I taught myself wrong. For whatever reason, Prophet failed to explain to me that I was actually and in fact, twisting and untwisting my stitches. Years later I would find that Annie Modesitt made a name for herself dubbing what I was also naturally doing Combination Knitting. My knitting looked normal, but decreases were messy and made no sense to me as written in patterns. I eventually learned to knit a more traditional Continental style; decreases were revelatory and socks became my friend. I also learned to knit Continental and British at the same time so I could change colors more effectively.

To Be Continued...

Thursday, February 23, 2006

Word Clouds

Go here.
Get one of these if you have a blog.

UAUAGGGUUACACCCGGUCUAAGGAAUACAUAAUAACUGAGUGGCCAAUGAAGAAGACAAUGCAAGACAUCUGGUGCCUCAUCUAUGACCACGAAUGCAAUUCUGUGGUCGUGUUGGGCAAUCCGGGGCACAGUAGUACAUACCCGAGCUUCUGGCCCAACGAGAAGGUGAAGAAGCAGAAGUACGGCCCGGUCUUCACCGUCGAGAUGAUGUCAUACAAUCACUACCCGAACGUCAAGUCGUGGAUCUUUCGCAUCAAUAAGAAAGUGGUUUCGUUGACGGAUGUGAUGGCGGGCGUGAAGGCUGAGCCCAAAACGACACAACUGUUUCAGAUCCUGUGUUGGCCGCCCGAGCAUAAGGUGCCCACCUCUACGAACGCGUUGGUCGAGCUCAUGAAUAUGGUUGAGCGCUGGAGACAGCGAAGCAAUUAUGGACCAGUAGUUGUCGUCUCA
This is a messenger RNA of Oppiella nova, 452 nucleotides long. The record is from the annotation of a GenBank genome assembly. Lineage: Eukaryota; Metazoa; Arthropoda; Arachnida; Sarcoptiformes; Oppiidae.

A Shout Out From My Spindler Friend

This was a message on Spindlers:
Gentle Spindlers,

What an amazing group of spinners and knitters you all are.. I'm so impressed by what all of you are accomplishing as we knit (and spin) for the gold! For those of you with blogs, they are beautiful and inspiring records of what you're working on.

Heather -- don't give up. Love your "Team What the Hell Was I Thinking". I speak for myself when I say I'm a life-long member.

HJ: Your Shrugawl is lovely and its clever construction reminds me of Faroese shawls. It's very becoming, too.

Stephanie -- Congragulations on finishing your beautiful purple sweater.

Treesh -- Go Team Wales. Wishing you well with all your challenges this past week. Hope it all works out. We're all rooting for you.

Doll: Congratulations on your lace socks. Another talented handspinner competes for the gold!

Anne in MD -- Another spinning Olympics Knitter goes for the gold. Here's hoping the yarn holds out.